Can Kids Run Advanced Analytics? IBM’s New Data Center Hooks ‘Em Young

Big data might be about to change the world, but only as long as we have the tools and the skills in place to understand what it all means. IBM understands this point better than most, which is why it’s just announced plans for a new Client Center for Advanced Analytics, to be located at its campus at 4600 Lakehurst Court, Columbus, Ohio.

IBM says that its new analytics center is set to create no less than 500 new jobs in the hi-tech sector over the next three years, something that should position Columbus as a leading international center for big data analytics.

Big data analytics is becoming an increasingly big business, but it’s by no means an easy task. The job of capturing, analyzing and making sense of the billions of bytes of data produced by the world’s millions of computers has become highly specialized, requiring the expertise of specially trained data scientists and software that constantly needs to evolve to keep up with the masses of data being collected.

No one is kidding themselves that big data analytics is an easy endeavor, but nevertheless it is one that’s proving itself to be highly profitable – and therefore, extremely  worthwhile. The information gleaned from sources as diverse as cash registers, Facebook and phone records to name just a few is invaluable for big businesses today as they aim to make better informed strategic decisions, detect fraud, improve customer services and give themselves a competitive advantage. As such, advanced data analytics centers like IBM’s are set to become a much sought-after commodity in the next few years.

Indeed, IT research firm Gartner predicts that many more companies will follow IBM’s lead in the next few years, estimating that companies will spend $34 billion worldwide on big data analytics over the next year. In addition Gartner predicts around 4.4 million jobs in the field will be created in the next few years, 1.9 million of them in the USA alone.

But therein lies the stumbling block – just who is going to fill all of those positions? The talent-gap is a big worry for many in the industry, with Gartner’s Peter Sondergaard going as far as to say that our educational systems have failed us:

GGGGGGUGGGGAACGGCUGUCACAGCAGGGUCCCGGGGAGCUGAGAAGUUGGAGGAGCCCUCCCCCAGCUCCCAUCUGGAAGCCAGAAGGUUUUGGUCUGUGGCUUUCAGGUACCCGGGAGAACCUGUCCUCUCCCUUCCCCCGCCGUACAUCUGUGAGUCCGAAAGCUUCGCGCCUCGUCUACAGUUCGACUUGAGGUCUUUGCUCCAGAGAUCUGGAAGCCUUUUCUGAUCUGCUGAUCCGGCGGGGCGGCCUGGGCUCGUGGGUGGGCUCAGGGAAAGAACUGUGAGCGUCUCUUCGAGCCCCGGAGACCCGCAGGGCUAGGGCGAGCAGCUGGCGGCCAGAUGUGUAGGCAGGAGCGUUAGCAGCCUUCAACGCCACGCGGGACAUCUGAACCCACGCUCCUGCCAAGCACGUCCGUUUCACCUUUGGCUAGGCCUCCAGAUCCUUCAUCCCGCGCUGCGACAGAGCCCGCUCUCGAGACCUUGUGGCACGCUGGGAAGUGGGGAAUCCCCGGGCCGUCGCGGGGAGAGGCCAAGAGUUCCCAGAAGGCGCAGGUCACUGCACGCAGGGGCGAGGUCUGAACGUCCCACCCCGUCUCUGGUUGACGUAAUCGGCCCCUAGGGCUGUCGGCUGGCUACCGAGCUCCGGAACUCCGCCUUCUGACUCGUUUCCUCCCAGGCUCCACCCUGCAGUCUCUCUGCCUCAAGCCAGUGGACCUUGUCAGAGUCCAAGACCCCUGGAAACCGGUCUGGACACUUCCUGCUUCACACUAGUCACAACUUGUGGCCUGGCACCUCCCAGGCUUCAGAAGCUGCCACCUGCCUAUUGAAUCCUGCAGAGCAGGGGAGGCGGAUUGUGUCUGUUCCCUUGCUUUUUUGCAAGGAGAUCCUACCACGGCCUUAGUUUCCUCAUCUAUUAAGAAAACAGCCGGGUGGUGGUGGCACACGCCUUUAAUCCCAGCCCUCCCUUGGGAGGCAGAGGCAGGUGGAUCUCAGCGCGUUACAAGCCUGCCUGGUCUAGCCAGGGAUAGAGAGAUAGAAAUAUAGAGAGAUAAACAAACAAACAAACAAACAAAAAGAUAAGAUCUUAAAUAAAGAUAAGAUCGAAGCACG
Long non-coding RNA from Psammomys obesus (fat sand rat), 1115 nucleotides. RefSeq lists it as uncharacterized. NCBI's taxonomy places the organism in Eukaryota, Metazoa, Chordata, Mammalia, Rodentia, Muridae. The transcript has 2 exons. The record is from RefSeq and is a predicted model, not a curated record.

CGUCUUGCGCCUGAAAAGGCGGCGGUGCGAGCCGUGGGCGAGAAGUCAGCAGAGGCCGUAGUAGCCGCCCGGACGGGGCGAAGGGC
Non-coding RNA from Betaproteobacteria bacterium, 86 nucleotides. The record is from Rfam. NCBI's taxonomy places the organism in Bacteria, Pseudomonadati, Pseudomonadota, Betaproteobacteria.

“In the next few years, data experts will be a scarce, valuable commodity,” he adds.

But herein lies the genius of IBM’s decision to located its new analytics center in Ohio. According to the New York Times, it could well be that the company is planning to circumvent the looming talent gap by using college kids to supplement its more experienced data scientists.

IBM has entered into a partnership with Ohio State University that will see it develop new course materials for big data-related technology and business, and organize education programs for the university’s students by leading big data experts. In return, some of the much-needed vacancies could be filled by the students themselves, working on their projects at the center.

As Ron Lovell, vice president of IBM’s analytics center explains in an interview with the Columbus Dispatch, “What Ohio offered was a point of coordination.”

What with the combination of infrastructure already in place at Lakehurst Court, IBM’s connection with Ohio State University, and the area’s largely untapped talent pool, Columbus is the ideal location, explains Lovell.

An example of this untapped talent can be found at OSU’s Fisher College of Business, which has just launched a new graduate program in analytics in anticipation of IBM’s new data analytics center.

Christine Poon, Dean of Fisher, said that the school “wants to attract students (to the graduate program) who have enough quantitative analytical grounding and marry that with business training. The third component would be experiential learning, such as internships on real projects.”

Poon hopes that the hands-on learning will take place at IBM itself.

“We’re dreaming big, and we think Columbus can be the go-to area for analytics,” she adds.

About Mike Wheatley

Mike Wheatley is a senior staff writer at SiliconANGLE. He loves to write about Big Data and the Internet of Things, and explore how these technologies are evolving within the enterprise and helping businesses to become more agile. Before joining SiliconANGLE, Mike was an editor at Argophilia Travel News, an occassional contributer to The Epoch Times, and has also dabbled in SEO and social media marketing. He usually bases himself in Bangkok, Thailand, though he can often be found roaming through the jungles or chilling on a beach. Got a news story or tip? Email Mike@SiliconANGLE.com.